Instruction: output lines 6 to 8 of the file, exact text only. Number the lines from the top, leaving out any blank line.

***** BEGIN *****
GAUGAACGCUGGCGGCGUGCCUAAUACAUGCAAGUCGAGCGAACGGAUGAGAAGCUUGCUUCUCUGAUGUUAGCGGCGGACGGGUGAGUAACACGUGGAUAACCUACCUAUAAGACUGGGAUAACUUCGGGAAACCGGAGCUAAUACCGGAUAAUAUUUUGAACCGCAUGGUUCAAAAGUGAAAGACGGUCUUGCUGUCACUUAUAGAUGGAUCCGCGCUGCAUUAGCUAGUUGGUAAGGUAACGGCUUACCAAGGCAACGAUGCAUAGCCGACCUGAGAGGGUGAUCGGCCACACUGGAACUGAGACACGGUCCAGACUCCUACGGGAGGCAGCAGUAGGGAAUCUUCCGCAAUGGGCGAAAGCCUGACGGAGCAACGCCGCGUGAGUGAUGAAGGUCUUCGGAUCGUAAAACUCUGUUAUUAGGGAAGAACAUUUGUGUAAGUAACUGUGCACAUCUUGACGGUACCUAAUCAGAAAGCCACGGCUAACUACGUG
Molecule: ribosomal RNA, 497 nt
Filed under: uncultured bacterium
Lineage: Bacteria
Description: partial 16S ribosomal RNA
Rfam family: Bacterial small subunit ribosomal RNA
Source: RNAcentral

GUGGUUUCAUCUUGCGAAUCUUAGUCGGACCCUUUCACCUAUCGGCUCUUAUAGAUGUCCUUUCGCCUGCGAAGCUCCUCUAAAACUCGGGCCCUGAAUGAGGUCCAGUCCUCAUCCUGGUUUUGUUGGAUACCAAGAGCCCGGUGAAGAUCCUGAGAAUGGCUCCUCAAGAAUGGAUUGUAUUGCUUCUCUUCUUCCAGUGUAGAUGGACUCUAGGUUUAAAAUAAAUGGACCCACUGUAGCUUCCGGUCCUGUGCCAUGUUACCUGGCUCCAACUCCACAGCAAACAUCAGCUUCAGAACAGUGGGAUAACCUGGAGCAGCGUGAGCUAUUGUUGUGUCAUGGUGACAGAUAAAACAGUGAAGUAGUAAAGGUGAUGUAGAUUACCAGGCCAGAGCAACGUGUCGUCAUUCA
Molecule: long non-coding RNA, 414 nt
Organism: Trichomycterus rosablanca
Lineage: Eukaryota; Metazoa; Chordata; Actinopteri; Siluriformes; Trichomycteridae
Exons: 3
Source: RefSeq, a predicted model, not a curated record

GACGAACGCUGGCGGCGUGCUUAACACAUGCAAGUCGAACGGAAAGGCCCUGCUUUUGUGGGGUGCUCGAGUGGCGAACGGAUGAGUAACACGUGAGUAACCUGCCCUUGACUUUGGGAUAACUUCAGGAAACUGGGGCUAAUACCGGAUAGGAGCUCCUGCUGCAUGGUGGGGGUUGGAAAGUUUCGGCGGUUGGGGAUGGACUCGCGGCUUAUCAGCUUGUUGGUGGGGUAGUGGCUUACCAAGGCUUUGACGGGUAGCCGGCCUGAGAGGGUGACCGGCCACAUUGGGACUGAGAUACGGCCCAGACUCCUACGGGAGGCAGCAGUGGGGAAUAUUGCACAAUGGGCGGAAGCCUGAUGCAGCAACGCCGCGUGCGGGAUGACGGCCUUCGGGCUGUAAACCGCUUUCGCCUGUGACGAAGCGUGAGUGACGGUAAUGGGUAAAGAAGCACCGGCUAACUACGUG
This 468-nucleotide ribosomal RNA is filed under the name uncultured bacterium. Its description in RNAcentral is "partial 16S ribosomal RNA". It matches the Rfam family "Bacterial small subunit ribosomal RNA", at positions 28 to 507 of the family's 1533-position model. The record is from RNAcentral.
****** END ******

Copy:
Rfam family: Bacterial small subunit ribosomal RNA
Source: RNAcentral

GUGGUUUCAUCUUGCGAAUCUUAGUCGGACCCUUUCACCUAUCGGCUCUUAUAGAUGUCCUUUCGCCUGCGAAGCUCCUCUAAAACUCGGGCCCUGAAUGAGGUCCAGUCCUCAUCCUGGUUUUGUUGGAUACCAAGAGCCCGGUGAAGAUCCUGAGAAUGGCUCCUCAAGAAUGGAUUGUAUUGCUUCUCUUCUUCCAGUGUAGAUGGACUCUAGGUUUAAAAUAAAUGGACCCACUGUAGCUUCCGGUCCUGUGCCAUGUUACCUGGCUCCAACUCCACAGCAAACAUCAGCUUCAGAACAGUGGGAUAACCUGGAGCAGCGUGAGCUAUUGUUGUGUCAUGGUGACAGAUAAAACAGUGAAGUAGUAAAGGUGAUGUAGAUUACCAGGCCAGAGCAACGUGUCGUCAUUCA